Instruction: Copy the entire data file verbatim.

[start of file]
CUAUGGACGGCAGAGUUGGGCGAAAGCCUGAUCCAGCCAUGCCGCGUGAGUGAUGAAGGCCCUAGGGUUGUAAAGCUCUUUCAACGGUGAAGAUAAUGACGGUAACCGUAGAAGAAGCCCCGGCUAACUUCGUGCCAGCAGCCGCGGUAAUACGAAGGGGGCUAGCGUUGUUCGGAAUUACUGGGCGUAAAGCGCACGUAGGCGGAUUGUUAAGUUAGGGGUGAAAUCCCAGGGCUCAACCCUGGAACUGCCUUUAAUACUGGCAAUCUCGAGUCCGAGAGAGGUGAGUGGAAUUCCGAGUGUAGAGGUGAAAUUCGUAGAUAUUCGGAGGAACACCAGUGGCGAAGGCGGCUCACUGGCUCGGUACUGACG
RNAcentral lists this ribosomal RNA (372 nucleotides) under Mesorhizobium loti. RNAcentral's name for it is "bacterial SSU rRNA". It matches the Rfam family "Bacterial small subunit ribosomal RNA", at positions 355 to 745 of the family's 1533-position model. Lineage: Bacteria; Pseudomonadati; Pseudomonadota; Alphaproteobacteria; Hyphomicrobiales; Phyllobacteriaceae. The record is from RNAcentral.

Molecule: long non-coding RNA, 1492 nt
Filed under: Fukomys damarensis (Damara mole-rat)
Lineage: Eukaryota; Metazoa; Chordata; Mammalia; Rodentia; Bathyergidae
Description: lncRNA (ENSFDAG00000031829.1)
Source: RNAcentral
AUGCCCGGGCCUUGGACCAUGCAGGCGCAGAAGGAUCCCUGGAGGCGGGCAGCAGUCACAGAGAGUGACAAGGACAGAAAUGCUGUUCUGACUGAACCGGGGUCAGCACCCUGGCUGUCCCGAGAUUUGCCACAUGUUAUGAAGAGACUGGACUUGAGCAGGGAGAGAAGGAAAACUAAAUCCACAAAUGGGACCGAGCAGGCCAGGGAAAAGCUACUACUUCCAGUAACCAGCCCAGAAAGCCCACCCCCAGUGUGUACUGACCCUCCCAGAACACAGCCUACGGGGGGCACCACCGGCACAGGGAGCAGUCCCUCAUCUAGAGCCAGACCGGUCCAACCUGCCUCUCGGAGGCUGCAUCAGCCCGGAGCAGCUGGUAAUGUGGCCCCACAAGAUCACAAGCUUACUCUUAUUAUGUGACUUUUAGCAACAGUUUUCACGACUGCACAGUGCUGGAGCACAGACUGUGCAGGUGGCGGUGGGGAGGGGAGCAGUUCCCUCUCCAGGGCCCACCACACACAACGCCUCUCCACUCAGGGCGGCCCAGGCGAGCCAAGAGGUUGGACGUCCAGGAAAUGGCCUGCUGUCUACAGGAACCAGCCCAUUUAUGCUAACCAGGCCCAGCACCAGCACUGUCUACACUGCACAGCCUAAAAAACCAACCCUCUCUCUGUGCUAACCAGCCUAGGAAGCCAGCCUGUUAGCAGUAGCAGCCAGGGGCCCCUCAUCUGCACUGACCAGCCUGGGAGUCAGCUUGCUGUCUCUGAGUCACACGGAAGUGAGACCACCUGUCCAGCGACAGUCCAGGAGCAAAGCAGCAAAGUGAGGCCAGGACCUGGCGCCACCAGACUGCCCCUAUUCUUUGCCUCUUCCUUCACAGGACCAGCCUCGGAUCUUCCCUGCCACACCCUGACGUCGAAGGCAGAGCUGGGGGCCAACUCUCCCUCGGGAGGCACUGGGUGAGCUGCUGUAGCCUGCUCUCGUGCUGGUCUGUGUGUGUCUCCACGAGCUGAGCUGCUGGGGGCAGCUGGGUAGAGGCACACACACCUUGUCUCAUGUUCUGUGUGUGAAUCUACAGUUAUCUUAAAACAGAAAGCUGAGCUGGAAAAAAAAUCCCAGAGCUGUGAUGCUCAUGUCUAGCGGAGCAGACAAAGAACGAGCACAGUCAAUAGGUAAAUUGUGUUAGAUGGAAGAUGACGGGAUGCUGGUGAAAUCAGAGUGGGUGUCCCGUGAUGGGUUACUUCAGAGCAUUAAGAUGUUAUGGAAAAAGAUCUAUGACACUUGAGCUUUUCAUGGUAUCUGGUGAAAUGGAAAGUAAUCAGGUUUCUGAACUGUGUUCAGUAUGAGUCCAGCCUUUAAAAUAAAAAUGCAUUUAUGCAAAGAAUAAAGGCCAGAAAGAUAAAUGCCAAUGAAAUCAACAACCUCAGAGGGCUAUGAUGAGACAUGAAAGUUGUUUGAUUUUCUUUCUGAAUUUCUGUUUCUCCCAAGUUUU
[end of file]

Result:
CUAUGGACGGCAGAGUUGGGCGAAAGCCUGAUCCAGCCAUGCCGCGUGAGUGAUGAAGGCCCUAGGGUUGUAAAGCUCUUUCAACGGUGAAGAUAAUGACGGUAACCGUAGAAGAAGCCCCGGCUAACUUCGUGCCAGCAGCCGCGGUAAUACGAAGGGGGCUAGCGUUGUUCGGAAUUACUGGGCGUAAAGCGCACGUAGGCGGAUUGUUAAGUUAGGGGUGAAAUCCCAGGGCUCAACCCUGGAACUGCCUUUAAUACUGGCAAUCUCGAGUCCGAGAGAGGUGAGUGGAAUUCCGAGUGUAGAGGUGAAAUUCGUAGAUAUUCGGAGGAACACCAGUGGCGAAGGCGGCUCACUGGCUCGGUACUGACG
RNAcentral lists this ribosomal RNA (372 nucleotides) under Mesorhizobium loti. RNAcentral's name for it is "bacterial SSU rRNA". It matches the Rfam family "Bacterial small subunit ribosomal RNA", at positions 355 to 745 of the family's 1533-position model. Lineage: Bacteria; Pseudomonadati; Pseudomonadota; Alphaproteobacteria; Hyphomicrobiales; Phyllobacteriaceae. The record is from RNAcentral.

Molecule: long non-coding RNA, 1492 nt
Filed under: Fukomys damarensis (Damara mole-rat)
Lineage: Eukaryota; Metazoa; Chordata; Mammalia; Rodentia; Bathyergidae
Description: lncRNA (ENSFDAG00000031829.1)
Source: RNAcentral
AUGCCCGGGCCUUGGACCAUGCAGGCGCAGAAGGAUCCCUGGAGGCGGGCAGCAGUCACAGAGAGUGACAAGGACAGAAAUGCUGUUCUGACUGAACCGGGGUCAGCACCCUGGCUGUCCCGAGAUUUGCCACAUGUUAUGAAGAGACUGGACUUGAGCAGGGAGAGAAGGAAAACUAAAUCCACAAAUGGGACCGAGCAGGCCAGGGAAAAGCUACUACUUCCAGUAACCAGCCCAGAAAGCCCACCCCCAGUGUGUACUGACCCUCCCAGAACACAGCCUACGGGGGGCACCACCGGCACAGGGAGCAGUCCCUCAUCUAGAGCCAGACCGGUCCAACCUGCCUCUCGGAGGCUGCAUCAGCCCGGAGCAGCUGGUAAUGUGGCCCCACAAGAUCACAAGCUUACUCUUAUUAUGUGACUUUUAGCAACAGUUUUCACGACUGCACAGUGCUGGAGCACAGACUGUGCAGGUGGCGGUGGGGAGGGGAGCAGUUCCCUCUCCAGGGCCCACCACACACAACGCCUCUCCACUCAGGGCGGCCCAGGCGAGCCAAGAGGUUGGACGUCCAGGAAAUGGCCUGCUGUCUACAGGAACCAGCCCAUUUAUGCUAACCAGGCCCAGCACCAGCACUGUCUACACUGCACAGCCUAAAAAACCAACCCUCUCUCUGUGCUAACCAGCCUAGGAAGCCAGCCUGUUAGCAGUAGCAGCCAGGGGCCCCUCAUCUGCACUGACCAGCCUGGGAGUCAGCUUGCUGUCUCUGAGUCACACGGAAGUGAGACCACCUGUCCAGCGACAGUCCAGGAGCAAAGCAGCAAAGUGAGGCCAGGACCUGGCGCCACCAGACUGCCCCUAUUCUUUGCCUCUUCCUUCACAGGACCAGCCUCGGAUCUUCCCUGCCACACCCUGACGUCGAAGGCAGAGCUGGGGGCCAACUCUCCCUCGGGAGGCACUGGGUGAGCUGCUGUAGCCUGCUCUCGUGCUGGUCUGUGUGUGUCUCCACGAGCUGAGCUGCUGGGGGCAGCUGGGUAGAGGCACACACACCUUGUCUCAUGUUCUGUGUGUGAAUCUACAGUUAUCUUAAAACAGAAAGCUGAGCUGGAAAAAAAAUCCCAGAGCUGUGAUGCUCAUGUCUAGCGGAGCAGACAAAGAACGAGCACAGUCAAUAGGUAAAUUGUGUUAGAUGGAAGAUGACGGGAUGCUGGUGAAAUCAGAGUGGGUGUCCCGUGAUGGGUUACUUCAGAGCAUUAAGAUGUUAUGGAAAAAGAUCUAUGACACUUGAGCUUUUCAUGGUAUCUGGUGAAAUGGAAAGUAAUCAGGUUUCUGAACUGUGUUCAGUAUGAGUCCAGCCUUUAAAAUAAAAAUGCAUUUAUGCAAAGAAUAAAGGCCAGAAAGAUAAAUGCCAAUGAAAUCAACAACCUCAGAGGGCUAUGAUGAGACAUGAAAGUUGUUUGAUUUUCUUUCUGAAUUUCUGUUUCUCCCAAGUUUU